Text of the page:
Spring has sprung, and it is also prime time for insurance renewal dates. When you’re caught up in the hectic nature of the season, you might not be taking the time to review your policy before its expiration.
Drew Garcia, vice president of Rancho Mesa Insurance Services, says landscape professionals should be reviewing their policies 90 to 120 days before expiration or if they are making a change to their services offered. Waiting until a few days before the policy expires makes the renewal process much more chaotic.
“You’re now making decisions against time and it creates more room for error,” Garcia says. “Cost can be a concern as well, no one likes to see heavy increases days before a renewal. If your insurance constantly renews on the last day, then there is an issue with the process.”
If you have been considering adding a new service offering, don’t forget to communicate this to your insurance agent or carrier in advance of takeoff.
“The carrier will likely need to add additional classifications to the policy with corresponding liability and work comp rates to cover the new exposure,” Garcia says. “There can be some significant complications if the carrier does not have the ability to cover certain types of services outside lawn care or landscape. If the service was added and not communicated to the carrier, you could see additional premium owed at audit.”
If you are expanding the geographical range of your service area or adding new customer types, these should also be considered from an insurance standpoint.
“If your services are bringing you into additional states, it is important to work with your agent/carrier in advance of this to make sure coverage is secure,” Garcia says. “Areas that might be prone to wildfires, hurricanes, snow, and wind may cause some concern from your current insurance carrier.”
Depending on which state you are planning to spread into, there can be additional or enhanced insurance requirements for your company. For instance, in Ohio, the Ohio Department of Agriculture requires landscape and lawn care companies that provide chemical application services to have specific language in their general liability policy to cover this exposure, or they need to purchase additional coverage if they are unable to meet the qualifications through their general liability policy.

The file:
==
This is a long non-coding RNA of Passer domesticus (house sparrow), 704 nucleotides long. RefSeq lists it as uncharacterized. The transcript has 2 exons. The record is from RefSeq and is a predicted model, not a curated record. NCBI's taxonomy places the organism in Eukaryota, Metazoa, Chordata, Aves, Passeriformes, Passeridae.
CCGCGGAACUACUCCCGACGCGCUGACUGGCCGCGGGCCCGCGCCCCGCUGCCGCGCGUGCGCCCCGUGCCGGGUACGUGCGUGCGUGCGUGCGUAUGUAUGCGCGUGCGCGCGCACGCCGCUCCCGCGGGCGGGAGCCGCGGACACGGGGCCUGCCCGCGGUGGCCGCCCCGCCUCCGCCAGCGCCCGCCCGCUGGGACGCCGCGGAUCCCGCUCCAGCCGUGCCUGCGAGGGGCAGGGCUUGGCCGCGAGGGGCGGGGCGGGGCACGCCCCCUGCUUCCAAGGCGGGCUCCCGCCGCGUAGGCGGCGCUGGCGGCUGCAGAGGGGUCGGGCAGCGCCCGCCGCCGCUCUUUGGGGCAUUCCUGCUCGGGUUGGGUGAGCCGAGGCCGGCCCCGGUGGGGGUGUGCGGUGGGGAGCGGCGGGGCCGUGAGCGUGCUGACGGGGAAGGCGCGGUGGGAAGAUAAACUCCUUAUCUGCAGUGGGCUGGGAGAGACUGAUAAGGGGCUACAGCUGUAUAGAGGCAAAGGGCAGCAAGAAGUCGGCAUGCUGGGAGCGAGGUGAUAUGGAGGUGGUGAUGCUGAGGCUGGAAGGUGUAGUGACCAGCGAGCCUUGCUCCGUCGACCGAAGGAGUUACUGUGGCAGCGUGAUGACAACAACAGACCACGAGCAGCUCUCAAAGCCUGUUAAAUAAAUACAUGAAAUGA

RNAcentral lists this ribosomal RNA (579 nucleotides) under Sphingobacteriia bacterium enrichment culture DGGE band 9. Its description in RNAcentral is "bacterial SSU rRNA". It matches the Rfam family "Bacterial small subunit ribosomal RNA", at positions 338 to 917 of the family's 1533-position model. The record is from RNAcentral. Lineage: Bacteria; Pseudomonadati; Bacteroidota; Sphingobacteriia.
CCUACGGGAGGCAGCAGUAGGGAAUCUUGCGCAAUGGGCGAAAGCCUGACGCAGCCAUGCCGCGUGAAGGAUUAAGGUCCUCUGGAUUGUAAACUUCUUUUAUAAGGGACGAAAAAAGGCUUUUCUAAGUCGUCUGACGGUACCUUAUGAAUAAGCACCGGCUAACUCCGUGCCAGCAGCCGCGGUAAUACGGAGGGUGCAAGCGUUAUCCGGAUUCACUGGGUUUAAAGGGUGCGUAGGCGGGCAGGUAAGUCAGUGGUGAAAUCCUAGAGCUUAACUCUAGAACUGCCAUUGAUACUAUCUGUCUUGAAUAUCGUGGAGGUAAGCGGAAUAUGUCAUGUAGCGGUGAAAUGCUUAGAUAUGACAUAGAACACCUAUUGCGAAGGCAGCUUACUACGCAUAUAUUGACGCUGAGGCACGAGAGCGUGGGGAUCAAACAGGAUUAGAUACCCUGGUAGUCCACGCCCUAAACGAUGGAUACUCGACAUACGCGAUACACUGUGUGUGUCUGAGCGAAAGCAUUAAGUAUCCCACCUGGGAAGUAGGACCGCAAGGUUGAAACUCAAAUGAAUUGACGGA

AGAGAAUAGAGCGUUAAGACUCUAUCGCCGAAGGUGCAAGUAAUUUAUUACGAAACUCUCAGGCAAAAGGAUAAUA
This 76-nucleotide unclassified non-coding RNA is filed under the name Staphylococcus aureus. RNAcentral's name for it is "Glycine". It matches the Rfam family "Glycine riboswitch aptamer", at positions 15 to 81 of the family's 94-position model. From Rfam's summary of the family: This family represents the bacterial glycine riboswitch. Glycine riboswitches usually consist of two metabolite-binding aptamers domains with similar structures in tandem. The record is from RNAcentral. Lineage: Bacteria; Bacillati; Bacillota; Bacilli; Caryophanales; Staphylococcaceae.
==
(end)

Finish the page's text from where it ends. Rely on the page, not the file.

Be mindful that if your customer base changes, your contracts could require insurance limits or policies that you do not currently have. Work with your insurance agent to review these requirements and navigate your needs.
“Typically, higher profile jobs will require heavier insurance limits and additional coverage outside traditional policies like work comp, general liability, automobile and umbrella,” Garcia says. “This could come from a number of customers, like general contractors, developers, municipalities, government, and utility companies, to name a few.”
Garcia notes that insurance types not typically required by law or contracts can be overlooked. Management liability, pollution liability, professional liability and cyber liability are all types of coverage that a landscape business should consider at any point. Garcia says as your company grows, the exposure becomes more glaring, but there isn’t a threshold of revenue as to when these should be added.
If you are entering the spring season with the majority of your staff being new, be aware an inexperienced staff could cause a higher likelihood of an accident. Focus on a strong safety and training program to help coach up the team. You can access materials to help your company operate safely by becoming an NALP Safe Company member.
This article was published in the March/April issue of the magazine. To read more stories from The Edge magazine, click here to subscribe to the digital edition.
NALP’s safety programs are produced in partnership with Rancho Mesa.